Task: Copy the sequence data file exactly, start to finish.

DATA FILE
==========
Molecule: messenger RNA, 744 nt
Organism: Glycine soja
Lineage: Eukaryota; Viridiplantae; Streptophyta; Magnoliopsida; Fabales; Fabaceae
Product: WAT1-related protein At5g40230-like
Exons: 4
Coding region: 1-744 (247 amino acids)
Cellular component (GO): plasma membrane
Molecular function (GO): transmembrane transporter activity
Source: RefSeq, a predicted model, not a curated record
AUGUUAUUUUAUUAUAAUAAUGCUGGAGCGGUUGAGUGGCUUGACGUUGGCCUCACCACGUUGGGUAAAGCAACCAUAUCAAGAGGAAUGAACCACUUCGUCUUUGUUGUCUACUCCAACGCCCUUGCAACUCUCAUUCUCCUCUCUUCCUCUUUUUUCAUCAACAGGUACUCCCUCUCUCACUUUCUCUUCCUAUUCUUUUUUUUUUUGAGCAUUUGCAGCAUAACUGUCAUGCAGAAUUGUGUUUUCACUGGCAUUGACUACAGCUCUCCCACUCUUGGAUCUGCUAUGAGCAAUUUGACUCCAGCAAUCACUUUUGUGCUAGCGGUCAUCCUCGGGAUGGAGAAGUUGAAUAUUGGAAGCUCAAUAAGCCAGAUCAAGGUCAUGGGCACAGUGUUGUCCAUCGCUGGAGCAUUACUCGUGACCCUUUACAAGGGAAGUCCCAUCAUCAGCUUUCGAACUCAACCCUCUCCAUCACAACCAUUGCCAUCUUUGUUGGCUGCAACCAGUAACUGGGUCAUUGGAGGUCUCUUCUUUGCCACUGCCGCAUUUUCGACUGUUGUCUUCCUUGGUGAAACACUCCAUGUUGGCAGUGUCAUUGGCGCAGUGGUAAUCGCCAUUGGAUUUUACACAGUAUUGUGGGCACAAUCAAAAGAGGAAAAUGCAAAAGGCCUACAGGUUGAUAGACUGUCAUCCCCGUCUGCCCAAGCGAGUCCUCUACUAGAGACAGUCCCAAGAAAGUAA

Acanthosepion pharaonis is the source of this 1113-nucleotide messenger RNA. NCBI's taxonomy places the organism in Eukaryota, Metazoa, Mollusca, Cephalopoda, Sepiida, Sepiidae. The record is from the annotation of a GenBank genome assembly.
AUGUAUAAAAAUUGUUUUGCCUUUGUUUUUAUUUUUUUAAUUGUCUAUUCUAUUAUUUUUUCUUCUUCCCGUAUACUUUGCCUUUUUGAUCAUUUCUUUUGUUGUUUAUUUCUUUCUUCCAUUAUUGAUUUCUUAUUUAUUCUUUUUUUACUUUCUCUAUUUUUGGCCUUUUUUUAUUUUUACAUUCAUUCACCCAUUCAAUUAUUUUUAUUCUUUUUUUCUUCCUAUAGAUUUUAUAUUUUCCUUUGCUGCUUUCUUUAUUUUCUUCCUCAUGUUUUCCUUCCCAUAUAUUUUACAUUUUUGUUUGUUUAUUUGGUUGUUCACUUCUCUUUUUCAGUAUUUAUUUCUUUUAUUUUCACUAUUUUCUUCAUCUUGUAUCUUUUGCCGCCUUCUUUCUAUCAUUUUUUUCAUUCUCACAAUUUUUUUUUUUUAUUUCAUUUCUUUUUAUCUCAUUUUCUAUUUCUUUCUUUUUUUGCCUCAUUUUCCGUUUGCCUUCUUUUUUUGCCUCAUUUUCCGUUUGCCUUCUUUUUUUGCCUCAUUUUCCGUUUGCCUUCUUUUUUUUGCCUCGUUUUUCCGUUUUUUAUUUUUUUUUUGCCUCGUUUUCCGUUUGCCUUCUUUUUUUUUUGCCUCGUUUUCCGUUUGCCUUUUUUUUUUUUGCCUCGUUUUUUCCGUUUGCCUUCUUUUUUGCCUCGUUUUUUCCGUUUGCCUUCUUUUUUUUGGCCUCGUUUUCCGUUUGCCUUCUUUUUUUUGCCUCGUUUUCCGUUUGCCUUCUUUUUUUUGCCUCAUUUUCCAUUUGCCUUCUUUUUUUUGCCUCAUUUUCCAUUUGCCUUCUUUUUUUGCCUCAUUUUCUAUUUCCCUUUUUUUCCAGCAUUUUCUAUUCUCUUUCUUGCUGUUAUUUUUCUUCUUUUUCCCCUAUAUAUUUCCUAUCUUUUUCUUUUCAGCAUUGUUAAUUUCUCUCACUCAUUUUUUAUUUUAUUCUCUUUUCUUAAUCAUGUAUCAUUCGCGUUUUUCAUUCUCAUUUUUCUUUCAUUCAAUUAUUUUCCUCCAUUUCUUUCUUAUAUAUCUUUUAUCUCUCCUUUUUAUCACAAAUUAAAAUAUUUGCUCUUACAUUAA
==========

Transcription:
Molecule: messenger RNA, 744 nt
Organism: Glycine soja
Lineage: Eukaryota; Viridiplantae; Streptophyta; Magnoliopsida; Fabales; Fabaceae
Product: WAT1-related protein At5g40230-like
Exons: 4
Coding region: 1-744 (247 amino acids)
Cellular component (GO): plasma membrane
Molecular function (GO): transmembrane transporter activity
Source: RefSeq, a predicted model, not a curated record
AUGUUAUUUUAUUAUAAUAAUGCUGGAGCGGUUGAGUGGCUUGACGUUGGCCUCACCACGUUGGGUAAAGCAACCAUAUCAAGAGGAAUGAACCACUUCGUCUUUGUUGUCUACUCCAACGCCCUUGCAACUCUCAUUCUCCUCUCUUCCUCUUUUUUCAUCAACAGGUACUCCCUCUCUCACUUUCUCUUCCUAUUCUUUUUUUUUUUGAGCAUUUGCAGCAUAACUGUCAUGCAGAAUUGUGUUUUCACUGGCAUUGACUACAGCUCUCCCACUCUUGGAUCUGCUAUGAGCAAUUUGACUCCAGCAAUCACUUUUGUGCUAGCGGUCAUCCUCGGGAUGGAGAAGUUGAAUAUUGGAAGCUCAAUAAGCCAGAUCAAGGUCAUGGGCACAGUGUUGUCCAUCGCUGGAGCAUUACUCGUGACCCUUUACAAGGGAAGUCCCAUCAUCAGCUUUCGAACUCAACCCUCUCCAUCACAACCAUUGCCAUCUUUGUUGGCUGCAACCAGUAACUGGGUCAUUGGAGGUCUCUUCUUUGCCACUGCCGCAUUUUCGACUGUUGUCUUCCUUGGUGAAACACUCCAUGUUGGCAGUGUCAUUGGCGCAGUGGUAAUCGCCAUUGGAUUUUACACAGUAUUGUGGGCACAAUCAAAAGAGGAAAAUGCAAAAGGCCUACAGGUUGAUAGACUGUCAUCCCCGUCUGCCCAAGCGAGUCCUCUACUAGAGACAGUCCCAAGAAAGUAA

Acanthosepion pharaonis is the source of this 1113-nucleotide messenger RNA. NCBI's taxonomy places the organism in Eukaryota, Metazoa, Mollusca, Cephalopoda, Sepiida, Sepiidae. The record is from the annotation of a GenBank genome assembly.
AUGUAUAAAAAUUGUUUUGCCUUUGUUUUUAUUUUUUUAAUUGUCUAUUCUAUUAUUUUUUCUUCUUCCCGUAUACUUUGCCUUUUUGAUCAUUUCUUUUGUUGUUUAUUUCUUUCUUCCAUUAUUGAUUUCUUAUUUAUUCUUUUUUUACUUUCUCUAUUUUUGGCCUUUUUUUAUUUUUACAUUCAUUCACCCAUUCAAUUAUUUUUAUUCUUUUUUUCUUCCUAUAGAUUUUAUAUUUUCCUUUGCUGCUUUCUUUAUUUUCUUCCUCAUGUUUUCCUUCCCAUAUAUUUUACAUUUUUGUUUGUUUAUUUGGUUGUUCACUUCUCUUUUUCAGUAUUUAUUUCUUUUAUUUUCACUAUUUUCUUCAUCUUGUAUCUUUUGCCGCCUUCUUUCUAUCAUUUUUUUCAUUCUCACAAUUUUUUUUUUUUAUUUCAUUUCUUUUUAUCUCAUUUUCUAUUUCUUUCUUUUUUUGCCUCAUUUUCCGUUUGCCUUCUUUUUUUGCCUCAUUUUCCGUUUGCCUUCUUUUUUUGCCUCAUUUUCCGUUUGCCUUCUUUUUUUUGCCUCGUUUUUCCGUUUUUUAUUUUUUUUUUGCCUCGUUUUCCGUUUGCCUUCUUUUUUUUUUGCCUCGUUUUCCGUUUGCCUUUUUUUUUUUUGCCUCGUUUUUUCCGUUUGCCUUCUUUUUUGCCUCGUUUUUUCCGUUUGCCUUCUUUUUUUUGGCCUCGUUUUCCGUUUGCCUUCUUUUUUUUGCCUCGUUUUCCGUUUGCCUUCUUUUUUUUGCCUCAUUUUCCAUUUGCCUUCUUUUUUUUGCCUCAUUUUCCAUUUGCCUUCUUUUUUUGCCUCAUUUUCUAUUUCCCUUUUUUUCCAGCAUUUUCUAUUCUCUUUCUUGCUGUUAUUUUUCUUCUUUUUCCCCUAUAUAUUUCCUAUCUUUUUCUUUUCAGCAUUGUUAAUUUCUCUCACUCAUUUUUUAUUUUAUUCUCUUUUCUUAAUCAUGUAUCAUUCGCGUUUUUCAUUCUCAUUUUUCUUUCAUUCAAUUAUUUUCCUCCAUUUCUUUCUUAUAUAUCUUUUAUCUCUCCUUUUUAUCACAAAUUAAAAUAUUUGCUCUUACAUUAA